The Good Side of a Villain

By Brent King On June 9, 2014 Under Writing

“Man is not truly one, but two.” – Robert Louis Stevenson

alteregocoverSince I was a kid, villains have frightened me, from Queen Jezebel to Bram Stoker’s Dracula. In my youth, I didn’t understand why the bad guys scared me so much, but as I grew, I came to realize that it was because they reminded me of myself. I was the villain.

We Explore Ourselves in the Villain

This is why our stories need clearly defined villains. The heroes in our stories may hypnotize us with images of bravery and valor, but in seeking to be the hero, we too often become the villain. This is why we not only need to admire the hero, but also to examine the villain. Villains can teach us a lot.

Villains Are Not as Easily Defined as We Think

The only thing that separates a hero and a villain is context. Every life is a story, one where it isn’t difficult to see yourself as a victim. And if you feel like a victim, it is easy to justify retribution. It is only a matter of perspective that separates a terrorist and a freedom fighter. A villain is simply a misunderstood hero. Justice and revenge aren’t vert far apart.

A Vicious Cycle

We often label villains in our conflicts from our skewered perspective, and unless we see the villain in ourselves, we end up victimizing others. Our lives become a vicious cycle of self defense and revenge where we judge the actions of others and justify our own. When we attack others (even in self-defense) and hurt them, we become the villain. Too often we use violence to resolve our conflicts.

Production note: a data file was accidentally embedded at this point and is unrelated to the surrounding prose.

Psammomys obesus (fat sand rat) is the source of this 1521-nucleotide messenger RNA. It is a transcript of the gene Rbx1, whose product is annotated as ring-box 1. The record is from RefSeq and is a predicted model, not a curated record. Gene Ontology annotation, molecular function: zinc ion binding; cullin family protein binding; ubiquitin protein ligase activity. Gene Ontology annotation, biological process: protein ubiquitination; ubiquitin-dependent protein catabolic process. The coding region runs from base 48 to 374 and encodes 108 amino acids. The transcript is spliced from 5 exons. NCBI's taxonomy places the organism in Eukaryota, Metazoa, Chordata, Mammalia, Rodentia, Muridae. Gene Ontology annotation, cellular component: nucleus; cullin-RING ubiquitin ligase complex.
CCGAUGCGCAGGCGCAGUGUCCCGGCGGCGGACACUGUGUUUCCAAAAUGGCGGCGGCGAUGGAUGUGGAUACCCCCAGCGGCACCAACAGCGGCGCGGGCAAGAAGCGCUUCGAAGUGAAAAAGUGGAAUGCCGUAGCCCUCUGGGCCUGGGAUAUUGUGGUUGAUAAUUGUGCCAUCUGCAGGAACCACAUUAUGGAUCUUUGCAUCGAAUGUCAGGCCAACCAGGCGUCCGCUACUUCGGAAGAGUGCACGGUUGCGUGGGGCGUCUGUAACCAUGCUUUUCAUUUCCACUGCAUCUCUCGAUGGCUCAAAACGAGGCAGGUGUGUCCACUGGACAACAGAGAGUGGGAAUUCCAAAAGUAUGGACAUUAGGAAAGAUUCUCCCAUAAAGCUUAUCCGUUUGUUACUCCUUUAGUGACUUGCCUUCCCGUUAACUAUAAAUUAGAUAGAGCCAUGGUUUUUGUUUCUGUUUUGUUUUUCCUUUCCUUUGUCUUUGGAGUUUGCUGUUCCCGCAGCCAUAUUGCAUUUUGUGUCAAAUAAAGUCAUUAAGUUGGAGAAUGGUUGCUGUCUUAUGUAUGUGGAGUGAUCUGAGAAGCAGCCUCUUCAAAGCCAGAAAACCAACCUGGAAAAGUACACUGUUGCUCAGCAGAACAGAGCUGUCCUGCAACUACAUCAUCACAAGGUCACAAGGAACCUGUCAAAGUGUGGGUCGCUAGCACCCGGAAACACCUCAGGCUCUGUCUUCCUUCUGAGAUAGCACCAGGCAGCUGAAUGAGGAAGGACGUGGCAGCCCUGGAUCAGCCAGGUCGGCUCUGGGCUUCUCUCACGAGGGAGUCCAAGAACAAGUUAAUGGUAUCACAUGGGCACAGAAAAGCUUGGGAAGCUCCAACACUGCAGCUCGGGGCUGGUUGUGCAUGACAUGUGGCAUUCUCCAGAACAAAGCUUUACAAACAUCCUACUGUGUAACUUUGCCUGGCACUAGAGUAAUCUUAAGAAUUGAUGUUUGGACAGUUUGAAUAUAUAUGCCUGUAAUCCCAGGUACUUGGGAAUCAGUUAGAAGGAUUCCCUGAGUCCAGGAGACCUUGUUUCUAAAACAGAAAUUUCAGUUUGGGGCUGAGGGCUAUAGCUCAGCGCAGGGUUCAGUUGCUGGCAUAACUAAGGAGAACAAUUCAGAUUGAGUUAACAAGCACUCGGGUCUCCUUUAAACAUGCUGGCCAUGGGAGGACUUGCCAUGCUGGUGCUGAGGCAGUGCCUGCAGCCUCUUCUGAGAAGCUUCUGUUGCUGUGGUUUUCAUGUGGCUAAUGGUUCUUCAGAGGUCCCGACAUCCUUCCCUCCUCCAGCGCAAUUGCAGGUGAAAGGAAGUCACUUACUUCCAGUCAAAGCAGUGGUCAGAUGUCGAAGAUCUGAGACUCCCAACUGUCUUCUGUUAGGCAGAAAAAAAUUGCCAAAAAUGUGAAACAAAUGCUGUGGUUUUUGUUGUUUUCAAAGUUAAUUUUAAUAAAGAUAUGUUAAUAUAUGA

A Better Way

A better way is to lay the roles of victim, hero, and villain aside and listen with curiosity to the other’s story—to seek to understand them and lay down our need to be right or to control them. In understanding them we understand ourselves. It is in this way that we conquer the villain within and save the world from us. By looking the villain in the eye and seeing someone to love, we learn to love ourselves.

Villains Help Us See Things Rightly

Without good villains our stories aren’t fully woven into the reflection of who we are. A battle rages in us. The mystery of sin in our own hearts is depicted in every villain. We can see in them where we might go wrong if we were to make the wrong choices. When we paint villainy in this way we humanize it and bring it closer to ourselves. Aren’t the seeds of anarchy in all of us? Aren’t we capable of the most heinous acts if given the right stimuli?

The Power of a Well Written Villain

The villain in the story stimulates our understanding of right and wrong and helps us to distinguish good motives and actions from bad ones. The action in the story may be fixed but the story of our lives isn’t. We decide now how our story will end. The villain in us can change, and it is a well written villain that not only evaluates that change but inspires it.

How close are your villains written to your life?



1 Trackback

  1. What's the Good of Evil?
    February 10, 2015 3:57 PM

1 Comment Add yours

  1. AshleeW
    June 10, 2014
    10:35 pm #comment-1

    Great post! Villains, in my opinion, are every bit as important as the heroes. Learning from a hero, even a flawed hero, is a good thing … but seeing our own faults within an evil character is much more eye-opening.

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